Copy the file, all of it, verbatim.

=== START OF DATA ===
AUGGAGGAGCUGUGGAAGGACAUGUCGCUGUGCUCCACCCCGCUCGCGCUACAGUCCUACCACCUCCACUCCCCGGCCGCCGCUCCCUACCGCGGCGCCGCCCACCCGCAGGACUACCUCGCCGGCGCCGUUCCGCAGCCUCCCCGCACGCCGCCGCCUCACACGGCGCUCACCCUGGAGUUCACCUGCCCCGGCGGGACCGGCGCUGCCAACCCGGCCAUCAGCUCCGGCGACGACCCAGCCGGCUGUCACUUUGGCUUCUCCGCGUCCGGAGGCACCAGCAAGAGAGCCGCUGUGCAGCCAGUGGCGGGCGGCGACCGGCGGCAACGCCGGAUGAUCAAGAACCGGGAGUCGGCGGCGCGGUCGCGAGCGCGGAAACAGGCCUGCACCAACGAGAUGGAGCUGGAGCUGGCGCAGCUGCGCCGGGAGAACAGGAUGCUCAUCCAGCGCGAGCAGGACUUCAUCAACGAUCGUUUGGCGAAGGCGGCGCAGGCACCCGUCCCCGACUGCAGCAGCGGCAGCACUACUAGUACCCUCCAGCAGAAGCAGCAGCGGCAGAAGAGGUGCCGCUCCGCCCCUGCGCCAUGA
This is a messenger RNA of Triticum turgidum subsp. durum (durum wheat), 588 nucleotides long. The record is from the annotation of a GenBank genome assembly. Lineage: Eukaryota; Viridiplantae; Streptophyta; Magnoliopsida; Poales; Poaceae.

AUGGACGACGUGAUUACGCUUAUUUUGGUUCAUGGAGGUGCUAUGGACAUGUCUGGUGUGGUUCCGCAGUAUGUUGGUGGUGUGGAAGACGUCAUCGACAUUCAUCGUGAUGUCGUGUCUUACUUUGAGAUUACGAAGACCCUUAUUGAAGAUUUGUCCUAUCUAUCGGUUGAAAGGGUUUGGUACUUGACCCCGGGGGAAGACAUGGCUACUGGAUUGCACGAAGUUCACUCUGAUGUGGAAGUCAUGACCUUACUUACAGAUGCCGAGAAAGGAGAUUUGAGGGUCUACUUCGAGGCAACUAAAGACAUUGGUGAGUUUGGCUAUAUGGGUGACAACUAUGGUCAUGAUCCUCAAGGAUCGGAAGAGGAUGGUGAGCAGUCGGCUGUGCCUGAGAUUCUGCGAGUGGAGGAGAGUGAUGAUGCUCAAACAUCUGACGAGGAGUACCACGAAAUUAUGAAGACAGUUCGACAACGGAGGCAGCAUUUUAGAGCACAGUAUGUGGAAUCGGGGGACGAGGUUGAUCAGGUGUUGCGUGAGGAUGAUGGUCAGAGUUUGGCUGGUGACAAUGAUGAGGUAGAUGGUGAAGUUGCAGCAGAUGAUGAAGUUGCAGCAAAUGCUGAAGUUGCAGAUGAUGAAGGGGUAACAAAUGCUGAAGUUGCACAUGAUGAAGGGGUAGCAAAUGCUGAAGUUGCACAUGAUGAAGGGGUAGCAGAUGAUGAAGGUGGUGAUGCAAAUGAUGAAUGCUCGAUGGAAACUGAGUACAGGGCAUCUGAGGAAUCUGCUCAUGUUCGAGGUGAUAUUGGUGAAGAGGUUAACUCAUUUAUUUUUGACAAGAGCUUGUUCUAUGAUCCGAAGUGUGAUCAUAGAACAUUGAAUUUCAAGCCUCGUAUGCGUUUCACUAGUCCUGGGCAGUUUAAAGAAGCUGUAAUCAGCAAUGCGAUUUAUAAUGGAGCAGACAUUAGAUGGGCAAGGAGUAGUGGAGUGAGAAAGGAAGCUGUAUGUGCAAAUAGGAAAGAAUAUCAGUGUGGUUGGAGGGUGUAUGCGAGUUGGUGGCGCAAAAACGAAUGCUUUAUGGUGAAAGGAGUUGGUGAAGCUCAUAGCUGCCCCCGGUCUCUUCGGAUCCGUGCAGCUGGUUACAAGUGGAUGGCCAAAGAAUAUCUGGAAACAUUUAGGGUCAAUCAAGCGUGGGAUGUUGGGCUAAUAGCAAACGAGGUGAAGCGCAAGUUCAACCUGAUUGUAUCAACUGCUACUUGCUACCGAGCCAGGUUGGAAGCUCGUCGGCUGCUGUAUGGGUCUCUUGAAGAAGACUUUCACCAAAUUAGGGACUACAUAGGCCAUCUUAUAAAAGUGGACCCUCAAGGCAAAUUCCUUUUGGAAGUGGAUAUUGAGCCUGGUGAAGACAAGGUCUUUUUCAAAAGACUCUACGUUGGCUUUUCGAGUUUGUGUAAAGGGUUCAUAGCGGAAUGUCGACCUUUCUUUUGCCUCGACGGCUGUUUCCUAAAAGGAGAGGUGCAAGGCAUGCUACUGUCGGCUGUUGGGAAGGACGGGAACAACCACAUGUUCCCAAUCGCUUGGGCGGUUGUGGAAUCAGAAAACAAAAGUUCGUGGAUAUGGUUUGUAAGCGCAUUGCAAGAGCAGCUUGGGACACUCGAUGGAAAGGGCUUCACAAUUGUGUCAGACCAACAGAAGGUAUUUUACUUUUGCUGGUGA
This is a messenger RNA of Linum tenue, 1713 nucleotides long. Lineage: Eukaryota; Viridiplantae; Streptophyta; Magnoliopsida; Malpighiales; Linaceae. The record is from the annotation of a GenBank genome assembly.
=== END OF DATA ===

AUGGAGGAGCUGUGGAAGGACAUGUCGCUGUGCUCCACCCCGCUCGCGCUACAGUCCUACCACCUCCACUCCCCGGCCGCCGCUCCCUACCGCGGCGCCGCCCACCCGCAGGACUACCUCGCCGGCGCCGUUCCGCAGCCUCCCCGCACGCCGCCGCCUCACACGGCGCUCACCCUGGAGUUCACCUGCCCCGGCGGGACCGGCGCUGCCAACCCGGCCAUCAGCUCCGGCGACGACCCAGCCGGCUGUCACUUUGGCUUCUCCGCGUCCGGAGGCACCAGCAAGAGAGCCGCUGUGCAGCCAGUGGCGGGCGGCGACCGGCGGCAACGCCGGAUGAUCAAGAACCGGGAGUCGGCGGCGCGGUCGCGAGCGCGGAAACAGGCCUGCACCAACGAGAUGGAGCUGGAGCUGGCGCAGCUGCGCCGGGAGAACAGGAUGCUCAUCCAGCGCGAGCAGGACUUCAUCAACGAUCGUUUGGCGAAGGCGGCGCAGGCACCCGUCCCCGACUGCAGCAGCGGCAGCACUACUAGUACCCUCCAGCAGAAGCAGCAGCGGCAGAAGAGGUGCCGCUCCGCCCCUGCGCCAUGA
This is a messenger RNA of Triticum turgidum subsp. durum (durum wheat), 588 nucleotides long. The record is from the annotation of a GenBank genome assembly. Lineage: Eukaryota; Viridiplantae; Streptophyta; Magnoliopsida; Poales; Poaceae.

AUGGACGACGUGAUUACGCUUAUUUUGGUUCAUGGAGGUGCUAUGGACAUGUCUGGUGUGGUUCCGCAGUAUGUUGGUGGUGUGGAAGACGUCAUCGACAUUCAUCGUGAUGUCGUGUCUUACUUUGAGAUUACGAAGACCCUUAUUGAAGAUUUGUCCUAUCUAUCGGUUGAAAGGGUUUGGUACUUGACCCCGGGGGAAGACAUGGCUACUGGAUUGCACGAAGUUCACUCUGAUGUGGAAGUCAUGACCUUACUUACAGAUGCCGAGAAAGGAGAUUUGAGGGUCUACUUCGAGGCAACUAAAGACAUUGGUGAGUUUGGCUAUAUGGGUGACAACUAUGGUCAUGAUCCUCAAGGAUCGGAAGAGGAUGGUGAGCAGUCGGCUGUGCCUGAGAUUCUGCGAGUGGAGGAGAGUGAUGAUGCUCAAACAUCUGACGAGGAGUACCACGAAAUUAUGAAGACAGUUCGACAACGGAGGCAGCAUUUUAGAGCACAGUAUGUGGAAUCGGGGGACGAGGUUGAUCAGGUGUUGCGUGAGGAUGAUGGUCAGAGUUUGGCUGGUGACAAUGAUGAGGUAGAUGGUGAAGUUGCAGCAGAUGAUGAAGUUGCAGCAAAUGCUGAAGUUGCAGAUGAUGAAGGGGUAACAAAUGCUGAAGUUGCACAUGAUGAAGGGGUAGCAAAUGCUGAAGUUGCACAUGAUGAAGGGGUAGCAGAUGAUGAAGGUGGUGAUGCAAAUGAUGAAUGCUCGAUGGAAACUGAGUACAGGGCAUCUGAGGAAUCUGCUCAUGUUCGAGGUGAUAUUGGUGAAGAGGUUAACUCAUUUAUUUUUGACAAGAGCUUGUUCUAUGAUCCGAAGUGUGAUCAUAGAACAUUGAAUUUCAAGCCUCGUAUGCGUUUCACUAGUCCUGGGCAGUUUAAAGAAGCUGUAAUCAGCAAUGCGAUUUAUAAUGGAGCAGACAUUAGAUGGGCAAGGAGUAGUGGAGUGAGAAAGGAAGCUGUAUGUGCAAAUAGGAAAGAAUAUCAGUGUGGUUGGAGGGUGUAUGCGAGUUGGUGGCGCAAAAACGAAUGCUUUAUGGUGAAAGGAGUUGGUGAAGCUCAUAGCUGCCCCCGGUCUCUUCGGAUCCGUGCAGCUGGUUACAAGUGGAUGGCCAAAGAAUAUCUGGAAACAUUUAGGGUCAAUCAAGCGUGGGAUGUUGGGCUAAUAGCAAACGAGGUGAAGCGCAAGUUCAACCUGAUUGUAUCAACUGCUACUUGCUACCGAGCCAGGUUGGAAGCUCGUCGGCUGCUGUAUGGGUCUCUUGAAGAAGACUUUCACCAAAUUAGGGACUACAUAGGCCAUCUUAUAAAAGUGGACCCUCAAGGCAAAUUCCUUUUGGAAGUGGAUAUUGAGCCUGGUGAAGACAAGGUCUUUUUCAAAAGACUCUACGUUGGCUUUUCGAGUUUGUGUAAAGGGUUCAUAGCGGAAUGUCGACCUUUCUUUUGCCUCGACGGCUGUUUCCUAAAAGGAGAGGUGCAAGGCAUGCUACUGUCGGCUGUUGGGAAGGACGGGAACAACCACAUGUUCCCAAUCGCUUGGGCGGUUGUGGAAUCAGAAAACAAAAGUUCGUGGAUAUGGUUUGUAAGCGCAUUGCAAGAGCAGCUUGGGACACUCGAUGGAAAGGGCUUCACAAUUGUGUCAGACCAACAGAAGGUAUUUUACUUUUGCUGGUGA
This is a messenger RNA of Linum tenue, 1713 nucleotides long. Lineage: Eukaryota; Viridiplantae; Streptophyta; Magnoliopsida; Malpighiales; Linaceae. The record is from the annotation of a GenBank genome assembly.